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Our first work started before the Community came into existence. The House of Mercy was founded by a group of Clergy in the Diocese (then including most of Norfolk and Suffolk); this was a place where fallen women could come to be trained in domestic service, and taught to live as Christians. [While some of the girls may have had illegitimate children, this was not the case for all of them; this was not a mother and baby home]. They were called ‘penitents’, not from any punitive motive, but because those who came were supposed to be penitent; sorry for what had gone wrong, and willing to change. I suspect that this was not always the case from the number of times the annual reports from our House of Mercy stress that it was not a reformatory, but a place where girls were willing to come. Some of the girls may well have done wrong; but, looking back with 21st century hindsight, I suspect that many of them were victims of their circumstances, or of abuse. Most were only in their teens, or early twenties, and the term ‘fallen women’ seems to stress a maturity which many of them may not yet have reached. But it was a place where they could come to find training, where they could find faith, where they could turn their lives around. It was not easy, and Lavinia Crosse, who took on the running of the House early on, felt it was best done by a group of dedicated women, and so she formed the Community of All Hallows, so the girls would be cared for by Sisters who had dedicated their lives to this work, although always alongside some paid members of staff. It was not easy work, and not all the girls made it through the two years they spent in the House. Those that did were found a position, and given a uniform that they could keep if they stayed in that job for a year. Some stayed in touch, and went on to live fulfilling lives, although not all could leave their pasts behind them. I wonder if there was a certain amount of shame attached to such a past as most of the girls came from, whether or not they were at fault, and however well or not they had transformed their lives, and I can only hope that many found forgiveness in the love of God, and did not need to carry such shame around with them for their whole life; shame that was unnecessary, for whatever they had or had not done when young, and however much they were or were not at fault, to completely change your life is hard work, and these girls deserve admiration for having done so.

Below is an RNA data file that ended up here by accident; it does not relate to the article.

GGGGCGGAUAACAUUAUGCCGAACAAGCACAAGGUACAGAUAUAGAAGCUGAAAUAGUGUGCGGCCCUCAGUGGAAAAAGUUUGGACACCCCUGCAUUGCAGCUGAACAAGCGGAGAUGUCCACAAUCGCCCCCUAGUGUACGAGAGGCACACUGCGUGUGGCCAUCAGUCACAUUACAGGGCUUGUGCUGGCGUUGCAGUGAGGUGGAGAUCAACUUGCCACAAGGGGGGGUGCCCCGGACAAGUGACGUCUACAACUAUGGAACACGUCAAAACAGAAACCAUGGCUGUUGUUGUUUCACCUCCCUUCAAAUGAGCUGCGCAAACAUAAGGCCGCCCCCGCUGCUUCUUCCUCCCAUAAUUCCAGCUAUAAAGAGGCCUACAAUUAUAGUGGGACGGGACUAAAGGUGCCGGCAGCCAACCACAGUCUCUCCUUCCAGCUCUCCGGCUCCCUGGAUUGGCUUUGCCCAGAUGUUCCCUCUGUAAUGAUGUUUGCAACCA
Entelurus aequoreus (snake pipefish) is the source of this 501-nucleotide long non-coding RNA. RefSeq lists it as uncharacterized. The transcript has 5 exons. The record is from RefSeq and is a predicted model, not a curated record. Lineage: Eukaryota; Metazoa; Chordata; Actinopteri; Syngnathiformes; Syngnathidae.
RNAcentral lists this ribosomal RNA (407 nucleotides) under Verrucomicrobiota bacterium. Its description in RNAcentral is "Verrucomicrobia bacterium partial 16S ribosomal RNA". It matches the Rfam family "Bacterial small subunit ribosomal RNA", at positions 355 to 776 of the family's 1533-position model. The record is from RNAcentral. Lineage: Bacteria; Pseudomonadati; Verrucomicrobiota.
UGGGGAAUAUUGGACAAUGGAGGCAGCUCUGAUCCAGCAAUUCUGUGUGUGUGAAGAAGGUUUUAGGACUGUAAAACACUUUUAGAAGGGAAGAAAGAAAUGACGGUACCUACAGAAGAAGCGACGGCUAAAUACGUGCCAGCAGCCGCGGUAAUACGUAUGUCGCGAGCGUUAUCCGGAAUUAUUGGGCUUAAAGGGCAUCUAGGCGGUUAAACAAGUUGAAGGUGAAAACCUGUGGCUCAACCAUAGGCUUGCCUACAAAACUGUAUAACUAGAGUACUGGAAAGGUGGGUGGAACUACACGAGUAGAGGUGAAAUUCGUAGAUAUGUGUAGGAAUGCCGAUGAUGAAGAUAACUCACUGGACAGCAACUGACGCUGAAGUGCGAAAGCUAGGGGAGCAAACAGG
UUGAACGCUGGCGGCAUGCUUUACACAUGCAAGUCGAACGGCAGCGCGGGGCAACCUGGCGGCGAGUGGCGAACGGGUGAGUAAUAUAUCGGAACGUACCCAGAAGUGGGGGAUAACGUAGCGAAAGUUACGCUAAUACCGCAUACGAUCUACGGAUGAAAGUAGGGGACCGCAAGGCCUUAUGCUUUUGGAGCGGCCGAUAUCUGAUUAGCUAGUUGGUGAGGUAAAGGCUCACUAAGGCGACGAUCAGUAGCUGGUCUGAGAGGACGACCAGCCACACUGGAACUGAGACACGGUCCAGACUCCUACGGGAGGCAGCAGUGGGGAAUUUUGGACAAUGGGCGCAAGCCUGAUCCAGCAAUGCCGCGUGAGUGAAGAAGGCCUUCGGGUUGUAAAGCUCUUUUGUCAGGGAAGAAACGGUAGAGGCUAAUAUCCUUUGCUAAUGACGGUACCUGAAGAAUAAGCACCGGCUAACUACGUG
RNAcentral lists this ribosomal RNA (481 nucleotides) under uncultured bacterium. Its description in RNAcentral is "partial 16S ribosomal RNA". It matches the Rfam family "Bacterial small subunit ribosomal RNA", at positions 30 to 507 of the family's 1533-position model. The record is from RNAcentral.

These thoughts bring me to think of Mary, found to be pregnant before her marriage, and I wonder what her neighbours thought of the issue. Did they know, or did Joseph’s support cover up any possible scandal? But it must have taken a huge level of trust to say, as Mary did, ‘let it be to me according to your word’: before any discussion with Joseph, before any confirmation that she would be safe, before she had visited Elizabeth. She only had the angel’s word, and yet was still able to say ‘yes’ to something that could potentially have destroyed her life, and may well have involved a certain amount of gossip and shaming from her neighbours.